Five Values That Lead To Developing Family Church

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As we’ve talked about many times before, developing family church community is a goal that most pastors share. However, as many of us know, the emphasis of family church isn’t always reflected in the actions of church leadership. The following values will help bring out the kind of family expression you’re looking for in your church.


The Family Value of Intimacy

The value of intimacy is foundational to every family church. Intimacy implies a quality of relationship in which hearts are shared at the deepest level. We live in a relational universe, and God desires that we would know Him and make Him known. This call to intimacy isn’t merely knowing about God but actually having personal interaction with Him as we allow Him to search our innermost beings and seek to search out His.

We want intimacy with God, and we also want it with those we’re leading. We don’t want to be a distant leader who projects a holier-than-thou attitude, but we want to connect with those we’re leading, because that is what true spiritual parenthood looks like.


The Family Value of Integrity

Simply put, integrity allows you to be on the outside who you are on the inside; nothing about you gives a false impression. Integrity is a key element because the world can smell a hypocrite a mile away.

Many churches have great mission and vision statements that aren’t supported by the way leaders and members conduct their lives. This doesn’t necessarily have anything to do with bad intentions, but it occurs because the churches haven’t matched their internal desires with external outcomes. What do you value at your core? Make sure you value it all the way through your church, from the mission statement to the result.


The Family Value of Intentionality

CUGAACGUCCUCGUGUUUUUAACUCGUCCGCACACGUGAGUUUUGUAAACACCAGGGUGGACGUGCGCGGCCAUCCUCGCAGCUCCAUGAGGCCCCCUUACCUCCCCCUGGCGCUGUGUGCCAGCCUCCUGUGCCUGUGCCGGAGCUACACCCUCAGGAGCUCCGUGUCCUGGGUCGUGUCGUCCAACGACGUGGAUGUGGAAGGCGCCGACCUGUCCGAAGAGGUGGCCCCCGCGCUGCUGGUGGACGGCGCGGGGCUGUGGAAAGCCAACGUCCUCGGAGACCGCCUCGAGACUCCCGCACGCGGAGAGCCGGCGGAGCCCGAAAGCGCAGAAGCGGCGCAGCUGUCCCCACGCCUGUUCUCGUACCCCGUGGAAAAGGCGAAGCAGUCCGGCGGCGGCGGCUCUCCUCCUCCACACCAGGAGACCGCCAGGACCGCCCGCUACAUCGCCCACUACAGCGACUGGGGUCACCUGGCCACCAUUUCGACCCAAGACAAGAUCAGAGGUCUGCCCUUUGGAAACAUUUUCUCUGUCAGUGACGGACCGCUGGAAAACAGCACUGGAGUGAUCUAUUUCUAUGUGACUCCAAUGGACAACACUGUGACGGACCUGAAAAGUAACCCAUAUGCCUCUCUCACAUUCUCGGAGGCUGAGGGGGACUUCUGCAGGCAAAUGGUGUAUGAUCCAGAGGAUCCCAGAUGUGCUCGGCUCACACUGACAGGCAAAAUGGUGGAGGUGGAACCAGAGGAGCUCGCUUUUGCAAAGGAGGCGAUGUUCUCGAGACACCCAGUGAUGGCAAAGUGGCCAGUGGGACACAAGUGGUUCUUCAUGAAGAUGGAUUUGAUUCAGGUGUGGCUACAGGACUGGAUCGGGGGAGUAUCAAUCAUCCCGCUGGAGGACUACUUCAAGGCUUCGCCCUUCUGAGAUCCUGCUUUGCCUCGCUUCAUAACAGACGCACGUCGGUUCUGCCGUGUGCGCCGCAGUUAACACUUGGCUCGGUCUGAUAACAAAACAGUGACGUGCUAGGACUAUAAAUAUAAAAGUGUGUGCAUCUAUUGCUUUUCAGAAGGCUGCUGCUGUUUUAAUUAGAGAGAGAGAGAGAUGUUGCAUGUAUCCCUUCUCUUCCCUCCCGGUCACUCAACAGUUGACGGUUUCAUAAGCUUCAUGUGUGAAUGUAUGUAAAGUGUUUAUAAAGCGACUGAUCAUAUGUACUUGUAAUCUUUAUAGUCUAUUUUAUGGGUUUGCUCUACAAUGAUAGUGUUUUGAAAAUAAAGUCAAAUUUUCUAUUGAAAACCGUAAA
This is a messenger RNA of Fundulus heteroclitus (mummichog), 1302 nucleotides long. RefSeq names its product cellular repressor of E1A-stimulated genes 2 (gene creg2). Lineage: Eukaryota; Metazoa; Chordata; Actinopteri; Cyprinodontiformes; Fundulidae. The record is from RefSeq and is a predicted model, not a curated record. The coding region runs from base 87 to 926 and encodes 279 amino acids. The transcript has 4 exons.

Intentionality is the identification of a desired outcome and the prioritization of activities so we can achieve that outcome with the highest possible excellence. It’s making the main thing the main thing.

Every member of any church is essential to God’s purpose and has a divine destiny, and your responsibility as a leader is to help each person grow into that destiny. To do this, you need to be intentional to some degree, or you may find yourself leading them accidentally, which limits their ability to discover who God has called them to be. We want to be intentional about discipling the people God has entrusted to our care.


The Family Value of Individuality

Every person is unique. There are seven billion people on the earth, and not one of us has the same fingerprint. It is amazing how vast and perfect God is in His database. As disciple makers, we need to recognize individuality and customize our discipleship process to suit each person according to her history, gift-mix, calling, passion, and dreams. We need to be able to tune in and know people, customizing our care so we can give people what they need.


The Family Value of Interdependency 

Every family depends on the prosperity of its individual members. As a father in the natural and in the spiritual, I consider it my highest purpose to help each individual in my family identify God’s design for him and then begin to walk according to that design. I do this not only because I care about the individual, but I also care about the family as a whole. The truth is that I won’t be fully myself and achieve all God has ordained for me if I don’t help you achieve everything God is working for in your life. My value for individuality is rooted in my value for interdependency.

We weren’t created to be on our own—we were created to walk and do life together in Christ. We augment one another to the point that, like a completed jigsaw puzzle, the perfect image of Christ is presented to the world.


Related Resources

Check out Destiny Finder, the companion website to Pastor’s Coach. It has tools designed to help people discover and fulfill their unique calling.

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